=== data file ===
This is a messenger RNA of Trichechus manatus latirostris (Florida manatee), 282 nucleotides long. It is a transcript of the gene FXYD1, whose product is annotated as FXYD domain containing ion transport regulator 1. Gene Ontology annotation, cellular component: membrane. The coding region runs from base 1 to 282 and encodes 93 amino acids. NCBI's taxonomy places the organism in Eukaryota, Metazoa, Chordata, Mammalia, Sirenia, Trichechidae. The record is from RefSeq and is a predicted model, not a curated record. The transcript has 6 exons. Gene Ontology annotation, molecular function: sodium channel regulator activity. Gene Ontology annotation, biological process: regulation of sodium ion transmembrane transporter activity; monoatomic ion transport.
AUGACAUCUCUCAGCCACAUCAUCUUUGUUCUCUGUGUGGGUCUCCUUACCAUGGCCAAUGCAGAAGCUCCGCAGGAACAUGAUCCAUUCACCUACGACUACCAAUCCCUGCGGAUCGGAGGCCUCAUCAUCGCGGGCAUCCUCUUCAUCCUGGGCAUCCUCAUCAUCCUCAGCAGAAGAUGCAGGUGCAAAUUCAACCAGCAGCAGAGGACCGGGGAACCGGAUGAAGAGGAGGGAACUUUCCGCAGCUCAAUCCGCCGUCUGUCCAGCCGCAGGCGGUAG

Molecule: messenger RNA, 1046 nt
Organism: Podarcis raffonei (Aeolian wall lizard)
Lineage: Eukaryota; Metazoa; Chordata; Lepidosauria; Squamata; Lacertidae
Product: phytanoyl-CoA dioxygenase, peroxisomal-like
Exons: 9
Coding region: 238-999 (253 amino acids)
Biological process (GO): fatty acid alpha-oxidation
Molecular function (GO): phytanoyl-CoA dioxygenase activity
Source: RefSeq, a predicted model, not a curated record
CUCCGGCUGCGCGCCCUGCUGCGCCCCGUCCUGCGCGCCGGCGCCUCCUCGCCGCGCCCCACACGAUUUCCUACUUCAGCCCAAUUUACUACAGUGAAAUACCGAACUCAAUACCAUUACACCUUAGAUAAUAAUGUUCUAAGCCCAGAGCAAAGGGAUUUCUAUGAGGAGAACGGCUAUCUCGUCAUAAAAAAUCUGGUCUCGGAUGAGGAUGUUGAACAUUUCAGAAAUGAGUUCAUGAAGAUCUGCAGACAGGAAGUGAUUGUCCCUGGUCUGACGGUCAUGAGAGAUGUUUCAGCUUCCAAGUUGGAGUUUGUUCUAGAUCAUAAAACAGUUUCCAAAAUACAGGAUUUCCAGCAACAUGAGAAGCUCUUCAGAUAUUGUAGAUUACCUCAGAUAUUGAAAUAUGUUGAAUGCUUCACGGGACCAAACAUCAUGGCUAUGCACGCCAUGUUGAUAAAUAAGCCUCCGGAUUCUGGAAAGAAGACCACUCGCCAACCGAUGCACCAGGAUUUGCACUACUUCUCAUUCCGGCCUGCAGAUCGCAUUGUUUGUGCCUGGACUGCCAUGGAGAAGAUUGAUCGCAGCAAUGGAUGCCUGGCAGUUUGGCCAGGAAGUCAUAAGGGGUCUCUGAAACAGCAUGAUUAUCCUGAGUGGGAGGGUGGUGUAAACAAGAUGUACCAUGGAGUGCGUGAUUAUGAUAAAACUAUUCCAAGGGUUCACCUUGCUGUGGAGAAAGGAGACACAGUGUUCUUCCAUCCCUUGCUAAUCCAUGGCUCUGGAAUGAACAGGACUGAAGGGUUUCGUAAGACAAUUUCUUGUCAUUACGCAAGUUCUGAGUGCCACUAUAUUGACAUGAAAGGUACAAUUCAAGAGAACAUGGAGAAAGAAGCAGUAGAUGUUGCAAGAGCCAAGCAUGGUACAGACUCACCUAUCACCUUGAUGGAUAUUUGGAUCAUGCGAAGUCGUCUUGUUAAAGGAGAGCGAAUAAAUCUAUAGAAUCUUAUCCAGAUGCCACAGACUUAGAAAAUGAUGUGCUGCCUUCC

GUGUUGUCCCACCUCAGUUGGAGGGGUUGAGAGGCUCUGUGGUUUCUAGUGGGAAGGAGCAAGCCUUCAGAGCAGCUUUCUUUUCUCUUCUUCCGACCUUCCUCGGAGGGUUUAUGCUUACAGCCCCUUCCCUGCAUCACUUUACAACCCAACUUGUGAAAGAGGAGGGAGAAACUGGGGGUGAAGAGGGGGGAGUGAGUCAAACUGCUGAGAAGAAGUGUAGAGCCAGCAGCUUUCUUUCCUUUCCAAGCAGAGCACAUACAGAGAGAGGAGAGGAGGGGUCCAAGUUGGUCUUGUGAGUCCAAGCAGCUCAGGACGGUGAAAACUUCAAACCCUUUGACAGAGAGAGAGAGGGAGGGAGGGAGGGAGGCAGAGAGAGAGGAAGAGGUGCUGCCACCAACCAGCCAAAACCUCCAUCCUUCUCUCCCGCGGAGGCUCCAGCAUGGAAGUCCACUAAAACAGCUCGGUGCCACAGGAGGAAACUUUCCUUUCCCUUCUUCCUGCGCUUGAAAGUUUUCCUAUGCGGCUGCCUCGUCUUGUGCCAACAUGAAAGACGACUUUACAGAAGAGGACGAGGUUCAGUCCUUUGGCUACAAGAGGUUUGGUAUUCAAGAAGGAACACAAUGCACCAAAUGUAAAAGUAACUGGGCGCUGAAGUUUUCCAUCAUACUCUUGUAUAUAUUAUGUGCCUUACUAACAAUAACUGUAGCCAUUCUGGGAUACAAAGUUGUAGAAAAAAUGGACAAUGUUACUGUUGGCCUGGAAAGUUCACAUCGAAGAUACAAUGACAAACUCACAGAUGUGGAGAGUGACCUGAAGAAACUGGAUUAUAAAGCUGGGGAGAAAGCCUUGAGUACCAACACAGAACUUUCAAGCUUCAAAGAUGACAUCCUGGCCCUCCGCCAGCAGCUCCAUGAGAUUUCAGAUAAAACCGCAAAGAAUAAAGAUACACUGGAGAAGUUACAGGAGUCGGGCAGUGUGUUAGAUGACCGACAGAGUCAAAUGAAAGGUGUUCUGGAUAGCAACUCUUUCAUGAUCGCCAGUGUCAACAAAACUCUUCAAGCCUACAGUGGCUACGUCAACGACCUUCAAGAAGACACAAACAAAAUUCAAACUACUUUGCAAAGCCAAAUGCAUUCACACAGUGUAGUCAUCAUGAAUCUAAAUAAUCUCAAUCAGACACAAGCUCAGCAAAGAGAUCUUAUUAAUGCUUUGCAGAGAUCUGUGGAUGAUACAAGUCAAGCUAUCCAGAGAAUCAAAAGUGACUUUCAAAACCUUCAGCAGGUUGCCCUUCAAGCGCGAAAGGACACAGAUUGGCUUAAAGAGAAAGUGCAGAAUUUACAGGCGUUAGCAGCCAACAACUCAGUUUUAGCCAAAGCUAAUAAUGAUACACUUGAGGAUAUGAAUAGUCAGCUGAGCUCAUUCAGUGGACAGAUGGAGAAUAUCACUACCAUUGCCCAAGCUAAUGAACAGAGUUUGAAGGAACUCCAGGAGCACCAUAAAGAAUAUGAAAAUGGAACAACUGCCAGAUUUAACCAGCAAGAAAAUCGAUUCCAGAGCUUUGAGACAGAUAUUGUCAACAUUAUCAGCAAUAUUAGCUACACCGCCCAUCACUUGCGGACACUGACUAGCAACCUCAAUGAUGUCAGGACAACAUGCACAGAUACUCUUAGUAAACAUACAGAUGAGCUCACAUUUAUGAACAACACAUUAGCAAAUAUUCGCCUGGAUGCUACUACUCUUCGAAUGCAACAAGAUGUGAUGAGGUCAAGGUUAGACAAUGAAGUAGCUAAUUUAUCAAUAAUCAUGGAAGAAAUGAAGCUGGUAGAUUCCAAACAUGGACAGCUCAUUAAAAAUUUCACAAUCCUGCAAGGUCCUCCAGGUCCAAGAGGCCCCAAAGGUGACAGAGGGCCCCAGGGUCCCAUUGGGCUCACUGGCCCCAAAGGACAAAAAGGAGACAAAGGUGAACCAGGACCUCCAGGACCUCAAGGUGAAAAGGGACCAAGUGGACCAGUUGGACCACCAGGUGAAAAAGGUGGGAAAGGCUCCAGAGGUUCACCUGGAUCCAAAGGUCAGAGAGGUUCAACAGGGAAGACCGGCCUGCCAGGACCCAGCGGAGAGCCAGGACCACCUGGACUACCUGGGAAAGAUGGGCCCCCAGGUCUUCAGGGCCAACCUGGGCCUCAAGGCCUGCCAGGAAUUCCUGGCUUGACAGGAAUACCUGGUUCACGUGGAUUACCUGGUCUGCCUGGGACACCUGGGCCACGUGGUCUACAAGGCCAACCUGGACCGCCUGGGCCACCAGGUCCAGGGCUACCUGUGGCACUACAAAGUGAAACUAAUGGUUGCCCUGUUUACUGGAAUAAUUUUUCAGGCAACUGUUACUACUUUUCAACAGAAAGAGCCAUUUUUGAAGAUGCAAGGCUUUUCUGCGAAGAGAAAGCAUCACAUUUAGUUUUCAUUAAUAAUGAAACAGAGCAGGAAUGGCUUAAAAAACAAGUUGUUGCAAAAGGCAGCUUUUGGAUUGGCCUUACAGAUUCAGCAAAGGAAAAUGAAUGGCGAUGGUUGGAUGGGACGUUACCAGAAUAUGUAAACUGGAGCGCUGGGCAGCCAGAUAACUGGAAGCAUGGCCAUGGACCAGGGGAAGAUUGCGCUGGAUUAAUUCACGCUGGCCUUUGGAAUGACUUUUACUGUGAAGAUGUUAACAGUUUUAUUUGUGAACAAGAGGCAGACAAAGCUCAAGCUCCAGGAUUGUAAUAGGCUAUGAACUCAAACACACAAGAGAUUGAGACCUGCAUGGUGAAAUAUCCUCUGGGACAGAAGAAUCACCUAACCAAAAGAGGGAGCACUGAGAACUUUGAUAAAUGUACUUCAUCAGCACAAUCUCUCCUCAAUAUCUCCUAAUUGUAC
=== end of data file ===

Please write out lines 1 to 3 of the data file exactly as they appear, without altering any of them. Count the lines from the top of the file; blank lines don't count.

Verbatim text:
This is a messenger RNA of Trichechus manatus latirostris (Florida manatee), 282 nucleotides long. It is a transcript of the gene FXYD1, whose product is annotated as FXYD domain containing ion transport regulator 1. Gene Ontology annotation, cellular component: membrane. The coding region runs from base 1 to 282 and encodes 93 amino acids. NCBI's taxonomy places the organism in Eukaryota, Metazoa, Chordata, Mammalia, Sirenia, Trichechidae. The record is from RefSeq and is a predicted model, not a curated record. The transcript has 6 exons. Gene Ontology annotation, molecular function: sodium channel regulator activity. Gene Ontology annotation, biological process: regulation of sodium ion transmembrane transporter activity; monoatomic ion transport.
AUGACAUCUCUCAGCCACAUCAUCUUUGUUCUCUGUGUGGGUCUCCUUACCAUGGCCAAUGCAGAAGCUCCGCAGGAACAUGAUCCAUUCACCUACGACUACCAAUCCCUGCGGAUCGGAGGCCUCAUCAUCGCGGGCAUCCUCUUCAUCCUGGGCAUCCUCAUCAUCCUCAGCAGAAGAUGCAGGUGCAAAUUCAACCAGCAGCAGAGGACCGGGGAACCGGAUGAAGAGGAGGGAACUUUCCGCAGCUCAAUCCGCCGUCUGUCCAGCCGCAGGCGGUAG

Molecule: messenger RNA, 1046 nt